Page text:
Something many of you may not know about me is that I am a quarter Chinese. My grandfather Wun on Tong immigrated from the Canton province in China to New Zealand in the 1930’s to flee the changes in government. He met my Irish grandmother in Auckland; they married and had a family of three children with my mum being the youngest. As is sometimes the way, their marriage unfortunately wasn’t meant to be and she left the children to be raised by their loving but hard working father. Sadly I never got to meet my grandfather as he passed away before I was born but my mum has very fond memories of him and has shown me some gorgeous photos of him. He was quite a handsome man!
My Chinese ancestry is one I know little about and I wish I had more knowledge of this side of my family. I love traditional Chinese food culture and I am not averse to trying unusual dishes however I am often heavily restricted with what I can actually eat because of gluten. Soy sauce is used ubiquitously in Asian cuisine however I am yet to see a bottle of gluten free soy sauce on supermarket shelves in any of the Asian countries I have visited.
Recently on our return from our Thailand wedding we stayed at the Mandarin Oriental Hotel in Singapore. One evening we dined at their Cantonese restaurant Cherry Garden and I was blown away how capable they were at accommodating my gluten free requirements.
I don’t usually like eating at the hotel we stay in excluding breakfast but with our post-wedding exhaustion kicking in we were both happy to be able to dine out without having to go very far. On arrival at Cherry Garden we were warmly greeted and taken to our table. We were offered some crispy fish as a complementary starter. They were like prawn crackers; crunchy, quite salty and very tasty. Fish pretzels!
One of my favourite Cantonese starters is chilled jelly fish. This is considered a delicacy and is usually prepared with oil, vinegar, chilli, sesame seeds and soy sauce. The chef was happy to make this dish gluten free for me. The jelly fish had the perfect texture and was resilient without any excessive chewiness. It wasn’t too spicy either meaning both the Boy and I could enjoy it together. We have mismatched chilli tolerances; he can barely tolerate any whilst I enjoy a bit of kick. Our polarised taste buds can run us into trouble sometimes when we share spicy meals.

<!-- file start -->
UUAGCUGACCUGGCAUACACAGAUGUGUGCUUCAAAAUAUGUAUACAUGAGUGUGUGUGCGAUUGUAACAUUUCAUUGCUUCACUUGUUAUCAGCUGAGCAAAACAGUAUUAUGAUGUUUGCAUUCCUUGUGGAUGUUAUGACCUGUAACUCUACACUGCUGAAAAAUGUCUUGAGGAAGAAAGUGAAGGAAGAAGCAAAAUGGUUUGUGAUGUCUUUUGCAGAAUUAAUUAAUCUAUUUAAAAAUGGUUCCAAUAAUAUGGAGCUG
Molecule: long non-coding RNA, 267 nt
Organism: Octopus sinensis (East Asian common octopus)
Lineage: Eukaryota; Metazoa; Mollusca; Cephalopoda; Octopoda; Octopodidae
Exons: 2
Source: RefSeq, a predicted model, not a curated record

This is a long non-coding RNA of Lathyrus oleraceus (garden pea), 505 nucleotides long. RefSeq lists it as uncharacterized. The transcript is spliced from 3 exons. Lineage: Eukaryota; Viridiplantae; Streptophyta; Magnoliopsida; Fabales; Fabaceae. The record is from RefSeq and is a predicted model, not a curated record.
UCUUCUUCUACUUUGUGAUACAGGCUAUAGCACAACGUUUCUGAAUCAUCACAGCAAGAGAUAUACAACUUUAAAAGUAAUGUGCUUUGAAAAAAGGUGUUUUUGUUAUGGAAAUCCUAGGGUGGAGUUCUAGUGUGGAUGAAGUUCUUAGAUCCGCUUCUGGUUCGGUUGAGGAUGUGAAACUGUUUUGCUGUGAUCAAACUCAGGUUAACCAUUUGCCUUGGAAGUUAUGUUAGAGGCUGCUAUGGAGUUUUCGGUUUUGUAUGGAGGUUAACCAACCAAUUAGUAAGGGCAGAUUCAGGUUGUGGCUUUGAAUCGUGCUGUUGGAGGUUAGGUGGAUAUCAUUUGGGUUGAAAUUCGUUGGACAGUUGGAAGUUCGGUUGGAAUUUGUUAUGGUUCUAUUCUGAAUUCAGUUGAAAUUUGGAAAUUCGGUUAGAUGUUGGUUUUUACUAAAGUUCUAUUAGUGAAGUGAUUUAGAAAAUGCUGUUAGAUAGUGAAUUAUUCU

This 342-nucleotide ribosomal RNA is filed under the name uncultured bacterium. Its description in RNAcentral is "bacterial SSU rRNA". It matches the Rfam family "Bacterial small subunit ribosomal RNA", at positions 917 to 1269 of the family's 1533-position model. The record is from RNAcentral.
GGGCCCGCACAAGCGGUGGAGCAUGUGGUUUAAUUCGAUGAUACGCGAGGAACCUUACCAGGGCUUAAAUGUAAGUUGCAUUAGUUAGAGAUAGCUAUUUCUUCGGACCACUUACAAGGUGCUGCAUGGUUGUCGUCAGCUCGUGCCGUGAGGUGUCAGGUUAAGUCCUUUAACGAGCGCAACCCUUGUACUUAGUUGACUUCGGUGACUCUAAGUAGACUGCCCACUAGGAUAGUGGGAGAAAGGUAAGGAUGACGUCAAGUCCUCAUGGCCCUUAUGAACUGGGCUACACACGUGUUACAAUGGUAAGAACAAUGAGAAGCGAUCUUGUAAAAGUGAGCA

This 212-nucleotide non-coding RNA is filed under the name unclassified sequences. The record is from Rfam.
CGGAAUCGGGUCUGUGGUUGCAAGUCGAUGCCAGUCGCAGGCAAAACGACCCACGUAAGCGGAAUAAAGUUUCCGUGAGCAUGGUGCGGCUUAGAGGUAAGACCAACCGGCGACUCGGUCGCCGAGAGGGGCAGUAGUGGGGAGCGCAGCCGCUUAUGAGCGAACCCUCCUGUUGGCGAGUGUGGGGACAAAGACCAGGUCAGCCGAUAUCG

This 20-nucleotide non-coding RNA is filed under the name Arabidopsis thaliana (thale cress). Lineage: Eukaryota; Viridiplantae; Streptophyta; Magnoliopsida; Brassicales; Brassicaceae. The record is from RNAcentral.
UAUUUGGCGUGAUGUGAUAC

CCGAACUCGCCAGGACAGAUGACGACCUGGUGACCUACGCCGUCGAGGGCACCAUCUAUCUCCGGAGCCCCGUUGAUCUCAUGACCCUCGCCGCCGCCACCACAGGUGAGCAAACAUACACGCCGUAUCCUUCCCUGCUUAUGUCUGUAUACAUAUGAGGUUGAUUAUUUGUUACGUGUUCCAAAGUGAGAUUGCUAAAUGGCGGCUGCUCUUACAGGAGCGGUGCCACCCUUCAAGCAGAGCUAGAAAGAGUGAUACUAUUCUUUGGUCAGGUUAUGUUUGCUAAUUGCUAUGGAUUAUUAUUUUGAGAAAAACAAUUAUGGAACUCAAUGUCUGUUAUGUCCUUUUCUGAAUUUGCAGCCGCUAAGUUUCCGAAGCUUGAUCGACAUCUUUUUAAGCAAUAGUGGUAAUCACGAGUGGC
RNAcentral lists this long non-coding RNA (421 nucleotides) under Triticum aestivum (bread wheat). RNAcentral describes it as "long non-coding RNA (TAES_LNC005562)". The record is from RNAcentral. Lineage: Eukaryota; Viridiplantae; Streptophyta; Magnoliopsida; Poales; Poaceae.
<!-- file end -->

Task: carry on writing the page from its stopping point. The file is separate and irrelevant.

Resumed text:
Our next dish was a “trilogy of hand-picked mushrooms “. There were shiitake mushrooms in a spicy garlic vinegar emulsion and some Monkey head mushrooms in a tangy sweet and sour sauce.
The third and best part of this dish was the deep fried enoki mushrooms. Frying these tiny little things turned them into semi-translucent crisps that almost reminded me of whitebait. Being such a mushroom addict I was in seventh heaven, the combination of these three morsels made it a truly delectable dish. As we gobbled up the portions we were glad we didn’t choose the set menu as we would have never got this dish.
After walking past a number of bird’s nest stores earlier in the day, we were intrigued enough to try this delicacy for ourselves. Edible bird’s nests are among one of the most expensive animal products in the world with an average nest selling for about $US 2500 per kilo. When added to a soup, the bird’s nest forms a gelatinous substance. I was surprised at how mild its flavour was and it had quite a firm texture. The addition of crab and egg white gave the soup a lovely sweet after taste however I went bit nuts with adding the chilli oil to my soup, added too much and ended up nearly coughing up a lung.
Our next dish wasn’t quite what I was expecting. I ordered chilli crab anticipating it to be whole pieces of crab however out came a creamy crab soup. The Boy’s soup was served in a Mantou which is a type of Chinese bun and for mine they replaced this with some gluten free bread on the side. Considering how many fine dining Western restaurants don’t bother sourcing gluten free bread I was very impressed to be served some here. The soup was so velvety smooth and despite not being what I wanted I was not left disappointed.
Our final main dish was braised homemade tofu with monkey head mushrooms and green vegetables. The tofu was set with seaweed on top and was incredibly silky. It makes such a difference in texture when the tofu is made in house.
At this point our attention was drawn away from our own table and over to the couple next to us. The waiter had just brought out a spectacular looking dessert complete with dry ice. The smoke was tumbling down off the edge of their table and was mesmerising. I hoped that we could order one too. I was in luck once more. The waiter said that it would be possible to do a similar dessert gluten free. This would have to be the first time I have eaten a gluten free meal in a Chinese restaurant and not felt like I miss out whatsoever.
Our dessert consisted of cherries marinated in two Chinese rice wines: Nui er hong and Kuei hua chen. It was served with refreshing lychee sorbet. After so many courses it was good to end on something light but sweet.
Our experience at Cherry Garden was a polished one from beginning to end. It was a little on the pricey end but we did eat a number of delicacies and receive impeccable service. Their ability to adapt their traditional dishes to be gluten free was done with a can-do attitude and at the end of the night our waiter came over and gave me a fresh long stemmed rose to keep. A sweet gesture that brightened up our hotel room for the duration of our stay.www.mandarinoriental.com Price: $$$ Food: 4.5/5 (totally adapted for GF, wonderful flavours) Service: 5/5 (very polished without stuffiness) Ambience: 3/5 (a little dark and not a lot of other diners) Drinks: 3.5/5 (inflated mark ups on wine prices as often in hotels) Total: 16/20